The European Court of Justice (CJEU) has ruled that time spent travelling to and from the first and last assignments carried out by workers without a fixed office should be regarded as working time under the Working Time Directive (Directive).

Federacion de Servicios Privados del sindicato Comisiones oberas v Tyco Integrated Security Ltd

Tyco employs technicians to install and maintain security equipment at customers’ premises in Spain. The technicians are provided with a company vehicle in which they travel every day from their own homes to the locations they are instructed to carry out installation or maintenance work. The extent of travel varies from day to day and sometimes exceeds 100km.

For the purposes of the Directive, Tyco argued that the time that workers spent travelling from their home to their first customer and the journey from the last customer to the worker’s home was a “rest period” and did not count as working time. The CJEU disagreed and held that travelling is an integral part of being a worker without a fixed or habitual place of work. This was because Tyco had authority to determine the order and locations of the tasks they performed and therefore the amount of travel time incurred.  As a result, the workers were at the disposal of Tyco when travelling, including at the start and the end of each shift.  This time should therefore be regarded as working time under the Directive.

Implications of the case

The CJEU ruling does not cover all workers and is specific to peripatetic workers; meaning mobile workers without a fixed or habitual place of work.

There have been suggestions in the press that this ruling will allow workers on the national minimum wage to claim more money for the time they spend travelling to work. However, these reports are incorrect as this is not a case about the national minimum wage.  The national minimum wage regulations in the UK specifically exclude  travel between home and any place where an assignment is carried out from the definition of working time for national minimum wage purposes. The national minimum wage is part of national law and is not a European right.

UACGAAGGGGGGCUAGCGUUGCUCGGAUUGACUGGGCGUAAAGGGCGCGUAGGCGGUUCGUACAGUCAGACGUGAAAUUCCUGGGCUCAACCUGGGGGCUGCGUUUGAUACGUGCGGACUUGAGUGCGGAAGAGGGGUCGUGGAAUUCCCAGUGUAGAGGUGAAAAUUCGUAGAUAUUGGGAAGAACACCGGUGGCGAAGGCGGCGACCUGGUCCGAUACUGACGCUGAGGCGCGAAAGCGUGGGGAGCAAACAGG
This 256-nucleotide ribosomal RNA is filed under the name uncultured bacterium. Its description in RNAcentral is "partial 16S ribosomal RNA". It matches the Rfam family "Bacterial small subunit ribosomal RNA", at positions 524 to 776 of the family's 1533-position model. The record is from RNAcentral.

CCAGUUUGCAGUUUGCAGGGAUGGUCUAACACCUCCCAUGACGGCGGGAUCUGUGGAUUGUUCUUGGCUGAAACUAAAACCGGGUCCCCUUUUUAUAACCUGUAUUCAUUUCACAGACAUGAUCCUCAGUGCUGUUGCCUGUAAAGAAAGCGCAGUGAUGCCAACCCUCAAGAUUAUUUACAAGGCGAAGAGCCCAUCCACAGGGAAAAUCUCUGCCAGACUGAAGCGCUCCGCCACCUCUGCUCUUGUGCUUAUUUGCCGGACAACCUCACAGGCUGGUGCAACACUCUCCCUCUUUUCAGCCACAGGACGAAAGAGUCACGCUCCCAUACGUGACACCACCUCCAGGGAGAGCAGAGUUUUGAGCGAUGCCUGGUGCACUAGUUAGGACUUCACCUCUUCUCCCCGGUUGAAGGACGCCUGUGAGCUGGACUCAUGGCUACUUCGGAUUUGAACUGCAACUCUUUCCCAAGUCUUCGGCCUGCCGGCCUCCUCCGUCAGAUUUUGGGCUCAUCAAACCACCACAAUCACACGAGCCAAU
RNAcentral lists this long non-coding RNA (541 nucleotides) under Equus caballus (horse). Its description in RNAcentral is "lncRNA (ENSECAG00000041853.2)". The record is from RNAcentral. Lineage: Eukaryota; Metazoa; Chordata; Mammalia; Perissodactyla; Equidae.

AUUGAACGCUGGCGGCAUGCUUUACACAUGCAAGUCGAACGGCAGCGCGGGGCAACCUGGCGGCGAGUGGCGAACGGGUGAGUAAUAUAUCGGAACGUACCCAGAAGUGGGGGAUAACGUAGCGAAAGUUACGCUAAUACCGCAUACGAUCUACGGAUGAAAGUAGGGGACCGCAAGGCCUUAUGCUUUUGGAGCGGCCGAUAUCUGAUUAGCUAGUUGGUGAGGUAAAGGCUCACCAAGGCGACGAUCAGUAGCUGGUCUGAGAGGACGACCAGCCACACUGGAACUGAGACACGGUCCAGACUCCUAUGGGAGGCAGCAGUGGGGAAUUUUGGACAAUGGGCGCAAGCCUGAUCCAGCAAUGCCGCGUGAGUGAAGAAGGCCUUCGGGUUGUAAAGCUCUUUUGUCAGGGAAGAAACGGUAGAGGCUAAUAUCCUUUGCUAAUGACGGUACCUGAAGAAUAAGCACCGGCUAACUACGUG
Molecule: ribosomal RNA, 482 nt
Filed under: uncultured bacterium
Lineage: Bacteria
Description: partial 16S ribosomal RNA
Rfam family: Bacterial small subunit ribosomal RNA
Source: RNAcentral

The Directive does not apply to the remuneration of workers and is concerned with protecting the health and safety of workers. It provides that employees in the EU cannot be forced to work more than an average of 48 hours per week.

This decision should only be of concern to you if it means your organisation is potentially in breach of the Directive.  This will be the case if your mobile workers are working more than an average of 48 hours per week over a 13 week reference period, once their travel time at the start and the end of each shift is included in the calculation.  If so, you should take steps to either reduce their working hours or, ensure that these workers have signed opt-out agreements. Alternatively, you may wish to specify a habitual place of work in their contracts of employment.  The ruling may also have implications as to when other rights under the Directive are triggered, such as daily and weekly rest breaks. 

If you would like to discuss the impact of this ruling on your organisation you should contact a member of the Employment team

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Louise Rea


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Lucy McLynn


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Posted on 11/09/2015 in Legal Updates

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